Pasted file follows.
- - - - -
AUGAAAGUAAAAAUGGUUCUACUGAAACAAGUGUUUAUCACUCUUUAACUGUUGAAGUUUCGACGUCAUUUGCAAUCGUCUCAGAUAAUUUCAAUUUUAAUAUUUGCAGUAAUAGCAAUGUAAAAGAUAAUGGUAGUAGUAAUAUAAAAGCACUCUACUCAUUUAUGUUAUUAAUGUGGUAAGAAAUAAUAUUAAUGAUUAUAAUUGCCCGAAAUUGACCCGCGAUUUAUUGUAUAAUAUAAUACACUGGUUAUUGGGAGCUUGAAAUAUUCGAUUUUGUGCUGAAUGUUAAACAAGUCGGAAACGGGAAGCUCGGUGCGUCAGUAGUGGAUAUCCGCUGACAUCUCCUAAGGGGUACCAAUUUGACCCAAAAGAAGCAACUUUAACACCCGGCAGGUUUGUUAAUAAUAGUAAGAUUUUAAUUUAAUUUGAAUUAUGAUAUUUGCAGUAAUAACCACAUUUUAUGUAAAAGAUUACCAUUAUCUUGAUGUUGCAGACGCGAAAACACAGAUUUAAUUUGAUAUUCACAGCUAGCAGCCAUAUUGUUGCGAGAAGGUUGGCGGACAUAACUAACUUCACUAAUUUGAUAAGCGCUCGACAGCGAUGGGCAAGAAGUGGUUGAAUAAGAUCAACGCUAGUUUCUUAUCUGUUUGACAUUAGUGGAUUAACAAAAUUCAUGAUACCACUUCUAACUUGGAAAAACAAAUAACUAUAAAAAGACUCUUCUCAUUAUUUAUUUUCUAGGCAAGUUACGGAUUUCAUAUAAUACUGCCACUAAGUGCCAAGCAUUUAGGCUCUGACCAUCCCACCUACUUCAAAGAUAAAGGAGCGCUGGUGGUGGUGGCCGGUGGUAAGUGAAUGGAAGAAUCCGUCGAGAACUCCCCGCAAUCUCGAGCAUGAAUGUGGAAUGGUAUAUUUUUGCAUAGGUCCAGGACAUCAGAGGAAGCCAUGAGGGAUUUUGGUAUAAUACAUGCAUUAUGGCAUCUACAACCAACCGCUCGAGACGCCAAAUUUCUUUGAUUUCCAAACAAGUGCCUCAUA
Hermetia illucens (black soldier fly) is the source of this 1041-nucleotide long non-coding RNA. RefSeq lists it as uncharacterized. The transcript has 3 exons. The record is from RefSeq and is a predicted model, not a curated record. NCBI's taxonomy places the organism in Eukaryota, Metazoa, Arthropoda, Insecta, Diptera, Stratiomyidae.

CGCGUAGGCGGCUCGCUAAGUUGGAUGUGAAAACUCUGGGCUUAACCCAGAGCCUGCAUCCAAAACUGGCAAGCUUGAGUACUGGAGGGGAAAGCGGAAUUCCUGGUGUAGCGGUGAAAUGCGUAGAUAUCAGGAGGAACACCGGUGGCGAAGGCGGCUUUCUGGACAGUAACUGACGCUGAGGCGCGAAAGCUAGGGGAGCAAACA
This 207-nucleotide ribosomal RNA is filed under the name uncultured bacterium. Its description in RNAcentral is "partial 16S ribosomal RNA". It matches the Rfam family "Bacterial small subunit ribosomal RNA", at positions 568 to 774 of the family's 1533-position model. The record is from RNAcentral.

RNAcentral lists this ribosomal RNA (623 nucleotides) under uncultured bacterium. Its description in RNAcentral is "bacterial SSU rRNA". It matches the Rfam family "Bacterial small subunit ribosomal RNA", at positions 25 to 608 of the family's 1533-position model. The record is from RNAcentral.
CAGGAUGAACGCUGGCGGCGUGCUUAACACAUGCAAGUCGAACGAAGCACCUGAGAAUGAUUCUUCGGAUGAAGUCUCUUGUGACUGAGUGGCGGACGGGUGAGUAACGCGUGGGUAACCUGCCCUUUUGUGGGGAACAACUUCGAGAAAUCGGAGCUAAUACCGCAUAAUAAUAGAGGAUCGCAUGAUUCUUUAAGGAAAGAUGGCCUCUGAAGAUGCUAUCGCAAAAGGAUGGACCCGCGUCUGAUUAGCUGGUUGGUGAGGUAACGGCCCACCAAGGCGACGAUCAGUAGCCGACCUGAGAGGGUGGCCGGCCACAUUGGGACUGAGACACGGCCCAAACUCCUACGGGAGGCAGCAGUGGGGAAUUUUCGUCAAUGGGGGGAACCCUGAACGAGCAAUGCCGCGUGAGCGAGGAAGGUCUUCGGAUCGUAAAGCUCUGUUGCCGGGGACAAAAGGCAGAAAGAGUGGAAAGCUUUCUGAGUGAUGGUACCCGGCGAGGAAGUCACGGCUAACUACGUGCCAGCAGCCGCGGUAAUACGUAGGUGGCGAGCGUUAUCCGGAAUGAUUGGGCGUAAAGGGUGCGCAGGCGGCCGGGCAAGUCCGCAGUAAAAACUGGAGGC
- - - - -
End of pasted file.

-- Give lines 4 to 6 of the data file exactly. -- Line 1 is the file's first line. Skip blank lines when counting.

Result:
This 207-nucleotide ribosomal RNA is filed under the name uncultured bacterium. Its description in RNAcentral is "partial 16S ribosomal RNA". It matches the Rfam family "Bacterial small subunit ribosomal RNA", at positions 568 to 774 of the family's 1533-position model. The record is from RNAcentral.

RNAcentral lists this ribosomal RNA (623 nucleotides) under uncultured bacterium. Its description in RNAcentral is "bacterial SSU rRNA". It matches the Rfam family "Bacterial small subunit ribosomal RNA", at positions 25 to 608 of the family's 1533-position model. The record is from RNAcentral.
CAGGAUGAACGCUGGCGGCGUGCUUAACACAUGCAAGUCGAACGAAGCACCUGAGAAUGAUUCUUCGGAUGAAGUCUCUUGUGACUGAGUGGCGGACGGGUGAGUAACGCGUGGGUAACCUGCCCUUUUGUGGGGAACAACUUCGAGAAAUCGGAGCUAAUACCGCAUAAUAAUAGAGGAUCGCAUGAUUCUUUAAGGAAAGAUGGCCUCUGAAGAUGCUAUCGCAAAAGGAUGGACCCGCGUCUGAUUAGCUGGUUGGUGAGGUAACGGCCCACCAAGGCGACGAUCAGUAGCCGACCUGAGAGGGUGGCCGGCCACAUUGGGACUGAGACACGGCCCAAACUCCUACGGGAGGCAGCAGUGGGGAAUUUUCGUCAAUGGGGGGAACCCUGAACGAGCAAUGCCGCGUGAGCGAGGAAGGUCUUCGGAUCGUAAAGCUCUGUUGCCGGGGACAAAAGGCAGAAAGAGUGGAAAGCUUUCUGAGUGAUGGUACCCGGCGAGGAAGUCACGGCUAACUACGUGCCAGCAGCCGCGGUAAUACGUAGGUGGCGAGCGUUAUCCGGAAUGAUUGGGCGUAAAGGGUGCGCAGGCGGCCGGGCAAGUCCGCAGUAAAAACUGGAGGC